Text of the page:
- The legacy of the Montmorency, e.g., the spectacular Renaissance Écouen Palace and Parish Church
- The first French-Gothic cathedral at the Monastery of St. Denis and the other royal monasteries
- The fortifications of Paris from the 1840s and 1880s
The map here shows, with some modification, the historical area known as the “Pays de France,” lit. Plains of France. Originally this referred to the large region between the Seine and Loire rivers. The Pays de France was the realm of the early Medieval Frankish Kings, but it fragmented over time. By the time of the first French Kings, it referred to only the region to the North and East of Paris.
Beyond the walls of Paris, the House of Montmorency and the Monks of St. Denis ruled the fields and forests of the Payes de France. Today, the city of Paris has devoured most of this territory, and only a handful of small villages along the Oise retain their rural charm. Of the Montmorency family, only their seat of residence in Ecouen has survived. The Monastery of St. Denis preserves its magnificent cathedral, the first entirely gothic construction (the choir specifically), and the French Kings’ burial place.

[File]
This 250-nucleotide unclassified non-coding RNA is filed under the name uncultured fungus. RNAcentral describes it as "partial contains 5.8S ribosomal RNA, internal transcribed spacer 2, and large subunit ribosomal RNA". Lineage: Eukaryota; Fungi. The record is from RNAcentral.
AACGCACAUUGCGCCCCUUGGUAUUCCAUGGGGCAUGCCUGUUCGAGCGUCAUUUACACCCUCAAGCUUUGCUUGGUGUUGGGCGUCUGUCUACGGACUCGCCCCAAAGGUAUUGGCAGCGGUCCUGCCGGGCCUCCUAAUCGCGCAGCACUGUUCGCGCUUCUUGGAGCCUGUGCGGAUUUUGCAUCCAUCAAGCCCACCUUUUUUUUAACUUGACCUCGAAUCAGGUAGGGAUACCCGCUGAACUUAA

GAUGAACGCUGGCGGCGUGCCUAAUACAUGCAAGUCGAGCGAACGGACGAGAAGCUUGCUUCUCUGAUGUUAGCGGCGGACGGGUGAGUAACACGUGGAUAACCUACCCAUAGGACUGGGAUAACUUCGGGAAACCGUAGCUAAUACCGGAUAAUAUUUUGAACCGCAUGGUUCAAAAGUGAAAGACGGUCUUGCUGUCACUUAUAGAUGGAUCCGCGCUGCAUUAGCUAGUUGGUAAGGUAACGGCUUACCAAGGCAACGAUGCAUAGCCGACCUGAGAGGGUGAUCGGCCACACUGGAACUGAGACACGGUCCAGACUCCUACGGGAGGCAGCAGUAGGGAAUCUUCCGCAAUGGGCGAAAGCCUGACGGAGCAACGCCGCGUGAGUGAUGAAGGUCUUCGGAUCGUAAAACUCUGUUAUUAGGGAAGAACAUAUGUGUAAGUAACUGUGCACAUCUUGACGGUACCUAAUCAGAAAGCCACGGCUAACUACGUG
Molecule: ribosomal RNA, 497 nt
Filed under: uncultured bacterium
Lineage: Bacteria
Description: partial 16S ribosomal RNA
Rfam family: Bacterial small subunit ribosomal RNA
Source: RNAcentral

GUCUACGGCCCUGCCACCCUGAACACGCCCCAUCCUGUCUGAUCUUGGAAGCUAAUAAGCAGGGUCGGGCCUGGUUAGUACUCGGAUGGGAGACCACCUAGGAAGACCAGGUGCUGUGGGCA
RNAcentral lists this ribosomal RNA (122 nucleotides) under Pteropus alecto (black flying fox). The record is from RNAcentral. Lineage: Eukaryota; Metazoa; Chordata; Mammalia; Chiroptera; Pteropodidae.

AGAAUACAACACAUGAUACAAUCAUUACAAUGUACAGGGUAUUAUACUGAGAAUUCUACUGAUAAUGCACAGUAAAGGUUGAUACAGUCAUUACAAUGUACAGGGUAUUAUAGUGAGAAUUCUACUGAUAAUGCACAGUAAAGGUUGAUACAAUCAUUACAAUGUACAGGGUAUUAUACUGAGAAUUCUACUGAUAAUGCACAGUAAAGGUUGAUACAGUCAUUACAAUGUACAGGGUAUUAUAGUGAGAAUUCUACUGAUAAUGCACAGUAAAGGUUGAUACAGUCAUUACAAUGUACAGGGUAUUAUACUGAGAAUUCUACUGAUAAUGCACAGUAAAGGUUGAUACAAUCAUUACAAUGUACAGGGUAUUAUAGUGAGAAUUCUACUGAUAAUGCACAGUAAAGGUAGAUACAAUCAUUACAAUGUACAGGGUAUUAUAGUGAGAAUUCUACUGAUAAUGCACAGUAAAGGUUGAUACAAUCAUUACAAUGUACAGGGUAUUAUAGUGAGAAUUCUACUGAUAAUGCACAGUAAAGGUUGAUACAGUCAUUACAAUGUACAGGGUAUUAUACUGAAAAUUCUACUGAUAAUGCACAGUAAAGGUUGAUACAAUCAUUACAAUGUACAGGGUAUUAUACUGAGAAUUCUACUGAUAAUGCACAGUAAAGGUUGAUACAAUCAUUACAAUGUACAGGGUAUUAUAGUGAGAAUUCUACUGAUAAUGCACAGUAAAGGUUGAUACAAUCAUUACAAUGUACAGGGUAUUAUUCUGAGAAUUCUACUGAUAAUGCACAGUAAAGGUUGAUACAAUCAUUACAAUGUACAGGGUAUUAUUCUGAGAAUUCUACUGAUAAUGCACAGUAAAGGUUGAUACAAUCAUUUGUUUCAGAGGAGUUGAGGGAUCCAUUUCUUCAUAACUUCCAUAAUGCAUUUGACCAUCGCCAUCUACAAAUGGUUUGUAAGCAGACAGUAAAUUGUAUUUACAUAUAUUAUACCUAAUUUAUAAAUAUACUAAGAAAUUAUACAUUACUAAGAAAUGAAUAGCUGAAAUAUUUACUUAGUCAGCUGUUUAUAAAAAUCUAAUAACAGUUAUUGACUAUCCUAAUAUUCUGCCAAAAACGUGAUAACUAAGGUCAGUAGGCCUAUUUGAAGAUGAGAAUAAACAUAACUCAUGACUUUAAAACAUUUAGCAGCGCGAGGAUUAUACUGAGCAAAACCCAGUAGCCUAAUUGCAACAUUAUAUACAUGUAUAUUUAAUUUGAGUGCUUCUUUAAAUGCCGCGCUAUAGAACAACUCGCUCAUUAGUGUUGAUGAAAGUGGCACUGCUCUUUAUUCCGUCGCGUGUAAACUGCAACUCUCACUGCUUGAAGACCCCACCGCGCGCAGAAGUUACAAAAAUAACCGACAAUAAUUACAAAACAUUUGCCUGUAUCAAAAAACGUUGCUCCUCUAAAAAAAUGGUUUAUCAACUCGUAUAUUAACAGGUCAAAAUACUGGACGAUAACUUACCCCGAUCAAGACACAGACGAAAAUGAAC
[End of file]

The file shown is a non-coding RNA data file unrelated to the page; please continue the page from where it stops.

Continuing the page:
Also worth mentioning is the incredible castle of Vincennes. Though small, perhaps, compared to castles elsewhere in France, the Donjon of Vincennes is the only medieval residence of a royal sovereign to survive anywhere in Europe.
- Accommodation: 10
- Transportation: 10
- Volume/Capacity: 8
- Infrastructure: 5
- Interactivity: 5
- Context: 4
- Monuments: 5
- Quality: 8
- Abstraction: 5
- Tradition: 1